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FRINGE! Queer Film Festival 2018
Mark Pariselli
SAT NOV 17, 19:00 HACKNEY HOUSE | 8,30 min | SOLD OUT

A journey through Toronto’s chilly cruising scene, and the pain and brutality that got the police so hot and bothered.


Hey Mark, thanks for talking to TNC, how is everything going?

Thanks very much for the interview!  I’m about to dive into post-production on a new project: a queer horror short film.  

Your short film Outside will be screened at Fringe! Queer Film Fest this November, what does it mean for you to be at the festival?

The programming at Fringe! is always bold and exciting, confronting important issues and showcasing provocative artists.  I am honoured that ‘Outside’ has been selected to screen as part of this year’s festival.  

How important is it for LGBTQ+ films like yourself to have a platform like Fringe! Queer Film Fest to be screened?

Though ‘Outside’ is a documentary, it is also somewhat experimental in form.  It has had a difficult time fitting into the short film programs of other festivals, so I am very happy it has been embraced by Fringe!  “The Thrill of the Chase” shorts program seems like the perfect home for ‘Outside’- an eclectic and stimulating collection of work on the topic of cruising. 

Do you think these types of film festivals open up LGBTQ+ lives and stories to a wider, perhaps mainstream audience?

The lack of queer representation in media is still an issue.  The opportunity to share our stories and showcase our work at film festivals like Fringe! is meaningful and vital to the artists, our community and yes, to a wider, perhaps mainstream audience. 

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Tell me a little bit about Outside, how did this film come about?

‘Outside’ was created with the support of the RT Collective.  They invited selected artists to choose a topic to explore in the Canadian Lesbian + Gay Archives and make a short film based on this research.  I was disturbed by Project Marie (a 2016 undercover police sting operation targeting men allegedly seeking consensual sex with other men in a Toronto park) and I wanted to make a film about it.  Instead, I discovered a long, shameful past of Toronto police cracking down on cruising, regulating and targeting men seeking sex with men in the city’s parks and my film expanded in scope to chronicle this history.  ‘Outside’ was produced with the assistance of the Liaison of Independent Filmmakers of Toronto and long-time collaborator Conor Fisher.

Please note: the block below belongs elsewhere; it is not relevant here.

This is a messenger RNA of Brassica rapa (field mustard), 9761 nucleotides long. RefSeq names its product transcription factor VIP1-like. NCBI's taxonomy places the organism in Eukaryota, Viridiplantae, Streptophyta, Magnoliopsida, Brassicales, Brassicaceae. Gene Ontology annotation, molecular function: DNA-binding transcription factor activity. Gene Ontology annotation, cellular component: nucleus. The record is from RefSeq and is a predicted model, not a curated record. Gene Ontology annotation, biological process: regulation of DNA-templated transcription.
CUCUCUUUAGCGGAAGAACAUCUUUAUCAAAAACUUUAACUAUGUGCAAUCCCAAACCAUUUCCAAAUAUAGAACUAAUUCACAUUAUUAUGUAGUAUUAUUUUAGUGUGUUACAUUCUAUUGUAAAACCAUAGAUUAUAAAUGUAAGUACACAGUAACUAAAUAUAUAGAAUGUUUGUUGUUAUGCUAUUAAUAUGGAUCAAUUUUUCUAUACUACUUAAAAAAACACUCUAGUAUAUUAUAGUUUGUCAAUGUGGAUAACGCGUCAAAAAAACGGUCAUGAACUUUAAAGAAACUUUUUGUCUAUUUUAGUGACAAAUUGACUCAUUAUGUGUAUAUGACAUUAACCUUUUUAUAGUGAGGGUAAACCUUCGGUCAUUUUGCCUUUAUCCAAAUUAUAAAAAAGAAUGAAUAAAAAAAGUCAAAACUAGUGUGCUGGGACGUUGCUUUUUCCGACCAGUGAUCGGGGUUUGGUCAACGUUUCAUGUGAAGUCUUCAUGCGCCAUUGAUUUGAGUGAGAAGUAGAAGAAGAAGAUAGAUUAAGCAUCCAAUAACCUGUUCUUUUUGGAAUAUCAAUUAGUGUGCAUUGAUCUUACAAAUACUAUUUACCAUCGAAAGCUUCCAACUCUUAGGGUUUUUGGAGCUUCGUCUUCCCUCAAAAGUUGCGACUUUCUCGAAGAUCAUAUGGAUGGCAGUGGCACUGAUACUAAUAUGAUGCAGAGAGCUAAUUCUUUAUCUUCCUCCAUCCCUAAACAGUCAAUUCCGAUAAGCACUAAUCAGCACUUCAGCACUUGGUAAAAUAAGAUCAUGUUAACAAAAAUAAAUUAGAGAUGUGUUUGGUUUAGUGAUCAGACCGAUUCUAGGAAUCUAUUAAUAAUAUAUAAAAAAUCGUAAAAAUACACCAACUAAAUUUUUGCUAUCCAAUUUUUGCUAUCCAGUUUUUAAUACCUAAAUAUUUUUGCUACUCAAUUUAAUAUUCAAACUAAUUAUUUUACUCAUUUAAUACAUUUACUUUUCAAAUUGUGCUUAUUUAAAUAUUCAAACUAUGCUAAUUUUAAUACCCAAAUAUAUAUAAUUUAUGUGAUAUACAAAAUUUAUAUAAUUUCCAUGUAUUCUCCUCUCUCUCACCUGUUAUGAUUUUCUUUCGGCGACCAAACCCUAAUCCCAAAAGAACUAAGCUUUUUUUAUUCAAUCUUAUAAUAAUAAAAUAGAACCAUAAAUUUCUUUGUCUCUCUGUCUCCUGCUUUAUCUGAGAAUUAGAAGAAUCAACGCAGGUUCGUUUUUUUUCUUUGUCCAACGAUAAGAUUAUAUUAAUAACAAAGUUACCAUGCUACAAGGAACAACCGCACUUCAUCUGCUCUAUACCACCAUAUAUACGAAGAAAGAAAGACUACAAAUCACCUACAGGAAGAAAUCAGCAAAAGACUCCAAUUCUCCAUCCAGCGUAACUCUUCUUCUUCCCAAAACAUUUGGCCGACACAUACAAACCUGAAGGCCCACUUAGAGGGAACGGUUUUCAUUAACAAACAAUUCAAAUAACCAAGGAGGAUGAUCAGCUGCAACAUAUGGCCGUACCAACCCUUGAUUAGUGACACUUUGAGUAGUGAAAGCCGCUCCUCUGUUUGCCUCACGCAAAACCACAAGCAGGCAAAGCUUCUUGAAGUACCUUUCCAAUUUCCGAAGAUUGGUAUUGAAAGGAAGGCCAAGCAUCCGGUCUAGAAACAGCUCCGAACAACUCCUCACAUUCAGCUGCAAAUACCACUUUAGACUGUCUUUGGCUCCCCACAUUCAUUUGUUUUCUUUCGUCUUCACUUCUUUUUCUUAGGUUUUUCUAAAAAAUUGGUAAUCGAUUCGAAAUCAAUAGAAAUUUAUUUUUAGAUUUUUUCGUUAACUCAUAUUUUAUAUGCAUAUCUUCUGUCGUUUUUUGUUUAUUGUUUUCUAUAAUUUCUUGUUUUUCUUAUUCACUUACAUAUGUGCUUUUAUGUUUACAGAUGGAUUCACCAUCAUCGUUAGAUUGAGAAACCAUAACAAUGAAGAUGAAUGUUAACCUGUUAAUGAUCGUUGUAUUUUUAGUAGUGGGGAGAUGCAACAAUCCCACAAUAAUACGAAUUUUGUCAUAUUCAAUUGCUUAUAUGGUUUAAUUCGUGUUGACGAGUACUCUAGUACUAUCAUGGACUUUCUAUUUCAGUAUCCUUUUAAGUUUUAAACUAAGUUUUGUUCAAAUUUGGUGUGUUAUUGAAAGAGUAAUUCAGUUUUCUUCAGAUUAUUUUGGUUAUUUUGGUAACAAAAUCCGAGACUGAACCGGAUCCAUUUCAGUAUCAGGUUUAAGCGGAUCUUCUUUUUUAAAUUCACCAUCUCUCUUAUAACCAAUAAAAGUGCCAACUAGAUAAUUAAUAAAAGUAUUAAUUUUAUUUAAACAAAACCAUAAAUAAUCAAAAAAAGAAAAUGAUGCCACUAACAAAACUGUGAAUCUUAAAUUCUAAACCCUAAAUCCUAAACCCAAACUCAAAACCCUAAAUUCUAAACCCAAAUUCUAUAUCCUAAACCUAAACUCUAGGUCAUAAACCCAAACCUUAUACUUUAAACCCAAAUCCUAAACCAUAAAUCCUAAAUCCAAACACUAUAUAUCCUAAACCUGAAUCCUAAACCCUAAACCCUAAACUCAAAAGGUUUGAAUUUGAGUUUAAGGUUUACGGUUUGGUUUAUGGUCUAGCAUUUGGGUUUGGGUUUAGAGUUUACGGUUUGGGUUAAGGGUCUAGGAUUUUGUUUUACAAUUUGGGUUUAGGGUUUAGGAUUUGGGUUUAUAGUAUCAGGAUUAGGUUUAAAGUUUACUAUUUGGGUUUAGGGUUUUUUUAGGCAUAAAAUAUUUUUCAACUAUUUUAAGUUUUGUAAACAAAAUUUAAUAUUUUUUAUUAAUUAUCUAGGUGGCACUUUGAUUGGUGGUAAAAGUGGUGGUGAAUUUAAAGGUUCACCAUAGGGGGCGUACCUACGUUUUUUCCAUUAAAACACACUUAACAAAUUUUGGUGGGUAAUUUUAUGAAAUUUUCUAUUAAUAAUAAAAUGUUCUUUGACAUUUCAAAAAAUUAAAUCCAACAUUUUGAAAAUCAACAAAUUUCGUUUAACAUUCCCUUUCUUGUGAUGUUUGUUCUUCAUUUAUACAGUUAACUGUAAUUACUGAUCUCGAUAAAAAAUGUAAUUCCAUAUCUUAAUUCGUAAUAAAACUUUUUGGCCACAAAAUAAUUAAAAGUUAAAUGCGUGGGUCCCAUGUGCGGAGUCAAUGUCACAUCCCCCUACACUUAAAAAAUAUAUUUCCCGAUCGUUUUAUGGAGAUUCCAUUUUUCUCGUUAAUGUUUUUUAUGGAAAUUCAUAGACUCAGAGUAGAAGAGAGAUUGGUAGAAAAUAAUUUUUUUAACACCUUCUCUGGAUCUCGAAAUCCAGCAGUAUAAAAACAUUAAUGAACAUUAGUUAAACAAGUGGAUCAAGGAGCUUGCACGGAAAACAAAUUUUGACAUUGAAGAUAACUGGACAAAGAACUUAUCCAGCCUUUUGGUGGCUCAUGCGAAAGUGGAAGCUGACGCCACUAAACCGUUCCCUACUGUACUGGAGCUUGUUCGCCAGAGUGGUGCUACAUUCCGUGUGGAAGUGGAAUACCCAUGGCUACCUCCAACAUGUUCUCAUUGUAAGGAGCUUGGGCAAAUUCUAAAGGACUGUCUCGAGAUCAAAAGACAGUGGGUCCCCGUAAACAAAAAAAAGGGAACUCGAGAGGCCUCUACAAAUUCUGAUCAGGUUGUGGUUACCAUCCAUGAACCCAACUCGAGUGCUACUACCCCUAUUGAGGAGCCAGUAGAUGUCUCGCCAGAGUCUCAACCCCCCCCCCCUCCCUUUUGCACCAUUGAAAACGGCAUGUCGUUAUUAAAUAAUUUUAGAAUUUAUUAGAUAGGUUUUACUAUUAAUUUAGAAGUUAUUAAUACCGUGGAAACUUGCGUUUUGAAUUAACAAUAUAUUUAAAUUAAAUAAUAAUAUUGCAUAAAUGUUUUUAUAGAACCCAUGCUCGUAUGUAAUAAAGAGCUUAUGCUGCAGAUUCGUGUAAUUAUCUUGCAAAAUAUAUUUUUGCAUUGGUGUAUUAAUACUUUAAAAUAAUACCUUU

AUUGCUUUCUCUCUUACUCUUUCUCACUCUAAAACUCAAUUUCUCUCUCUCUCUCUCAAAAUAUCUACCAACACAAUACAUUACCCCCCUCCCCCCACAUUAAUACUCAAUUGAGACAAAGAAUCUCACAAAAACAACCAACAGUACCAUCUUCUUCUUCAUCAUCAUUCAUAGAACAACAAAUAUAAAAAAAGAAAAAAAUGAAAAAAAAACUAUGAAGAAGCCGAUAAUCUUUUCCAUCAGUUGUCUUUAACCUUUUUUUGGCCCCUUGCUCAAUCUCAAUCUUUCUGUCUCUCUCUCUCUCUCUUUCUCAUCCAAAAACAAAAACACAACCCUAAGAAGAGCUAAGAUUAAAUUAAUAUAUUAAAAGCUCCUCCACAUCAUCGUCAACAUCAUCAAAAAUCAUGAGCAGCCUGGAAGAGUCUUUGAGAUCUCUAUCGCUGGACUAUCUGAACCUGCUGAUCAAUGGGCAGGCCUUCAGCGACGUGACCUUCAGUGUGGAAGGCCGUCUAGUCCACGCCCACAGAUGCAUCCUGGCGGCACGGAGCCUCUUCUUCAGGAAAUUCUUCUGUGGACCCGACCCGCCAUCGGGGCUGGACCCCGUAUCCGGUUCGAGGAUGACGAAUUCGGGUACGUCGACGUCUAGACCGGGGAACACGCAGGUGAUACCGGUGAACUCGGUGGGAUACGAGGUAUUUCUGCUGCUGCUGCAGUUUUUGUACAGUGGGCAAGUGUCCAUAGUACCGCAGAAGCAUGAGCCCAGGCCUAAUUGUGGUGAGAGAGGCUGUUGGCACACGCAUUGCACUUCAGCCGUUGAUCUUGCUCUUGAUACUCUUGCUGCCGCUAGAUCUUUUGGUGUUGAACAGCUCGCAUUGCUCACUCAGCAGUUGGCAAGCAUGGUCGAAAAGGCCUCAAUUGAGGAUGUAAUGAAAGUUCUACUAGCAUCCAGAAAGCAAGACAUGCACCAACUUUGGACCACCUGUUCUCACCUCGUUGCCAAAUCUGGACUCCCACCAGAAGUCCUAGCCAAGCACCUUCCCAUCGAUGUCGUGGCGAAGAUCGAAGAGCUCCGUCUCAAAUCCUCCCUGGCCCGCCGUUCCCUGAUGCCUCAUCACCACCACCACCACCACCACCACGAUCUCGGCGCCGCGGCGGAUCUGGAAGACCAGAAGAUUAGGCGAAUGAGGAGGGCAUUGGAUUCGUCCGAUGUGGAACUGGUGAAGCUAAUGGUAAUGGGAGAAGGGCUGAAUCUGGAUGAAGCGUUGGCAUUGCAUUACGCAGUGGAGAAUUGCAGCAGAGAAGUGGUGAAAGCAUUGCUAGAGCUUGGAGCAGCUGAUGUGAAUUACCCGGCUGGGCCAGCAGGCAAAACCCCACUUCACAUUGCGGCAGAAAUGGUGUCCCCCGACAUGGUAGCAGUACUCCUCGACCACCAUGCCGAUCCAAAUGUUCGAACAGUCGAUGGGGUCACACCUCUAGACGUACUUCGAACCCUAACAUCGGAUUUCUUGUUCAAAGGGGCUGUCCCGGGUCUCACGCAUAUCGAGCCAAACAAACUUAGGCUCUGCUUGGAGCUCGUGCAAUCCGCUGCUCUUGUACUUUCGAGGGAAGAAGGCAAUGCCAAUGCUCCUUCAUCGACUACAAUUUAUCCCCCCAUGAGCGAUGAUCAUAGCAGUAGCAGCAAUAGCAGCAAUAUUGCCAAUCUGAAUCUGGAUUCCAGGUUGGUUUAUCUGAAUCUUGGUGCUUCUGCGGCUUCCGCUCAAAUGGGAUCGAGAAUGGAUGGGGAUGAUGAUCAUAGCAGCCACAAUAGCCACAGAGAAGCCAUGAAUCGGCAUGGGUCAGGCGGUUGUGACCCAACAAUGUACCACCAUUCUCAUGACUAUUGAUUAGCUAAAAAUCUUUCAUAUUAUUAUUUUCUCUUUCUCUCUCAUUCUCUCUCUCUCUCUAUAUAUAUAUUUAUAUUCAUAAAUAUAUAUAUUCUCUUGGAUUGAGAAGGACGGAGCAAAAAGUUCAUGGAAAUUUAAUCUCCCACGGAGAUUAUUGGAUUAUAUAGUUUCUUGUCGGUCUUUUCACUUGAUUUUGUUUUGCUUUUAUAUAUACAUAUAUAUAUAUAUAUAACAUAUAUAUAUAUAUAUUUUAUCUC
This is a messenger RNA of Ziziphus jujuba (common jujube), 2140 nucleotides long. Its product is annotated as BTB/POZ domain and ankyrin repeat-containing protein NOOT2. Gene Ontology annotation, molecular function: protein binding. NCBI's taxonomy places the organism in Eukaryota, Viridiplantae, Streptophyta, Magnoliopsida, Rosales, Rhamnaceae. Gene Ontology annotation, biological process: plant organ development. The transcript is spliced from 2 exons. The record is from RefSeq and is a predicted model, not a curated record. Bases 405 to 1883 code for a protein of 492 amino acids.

What was it about the cruising scene in Toronto that interested you as a filmmaker?

My hometown of Toronto has a reputation for being queer-friendly.  ‘Outside’ opens with a description of the city relating to the LGBTQ+ community that one might expect.  It is labelled a safe place of diversity, tolerance and acceptance that even hosted World Pride in 2014.  But this voice-over is interrupted and cut off by outrageous facts and details of incidents involving police targeting the community for cruising throughout the years, right up until Project Marie.  I couldn’t believe police went to the lengths of patrolling and surveilling a public park, even having plainclothes officers soliciting men for sex, then ticketing or arresting them, in this supposedly queer-friendly city in 2016.  It infuriated me, and I wanted to make a film that not only exposed this history but fought back.  

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What were the biggest challenges you faced making Outside?

Shooting ‘Outside’ literally outside in -40ºC weather was probably one of the most difficult filmmaking experiences I have faced.  

Have you always wanted to be a filmmaker?

I was always an avid reader and interested in music and photography. Filmmaking seemed like the best way to combine my passions.  

How much has your approach to film changed since your debut short?

I feel like I have grown as a filmmaker since my debut short, gaining confidence to explore and experiment with form and content.   

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"If you don’t see yourself reflected or represented, share your story and make your voice heard."

Do you have any advice or tips for any fellow filmmakers?

Make work that is important to you and that only you can make.  If you don’t see yourself reflected or represented, share your story and make your voice heard.

And finally, what do you hope people will take away from Outside?

Outside’ confronts institutionalized homophobia, culminating in a defiant reclamation of public space.  Hopefully, the film inspires viewers to stand up to homophobia and encourages queer people to proudly take space.  

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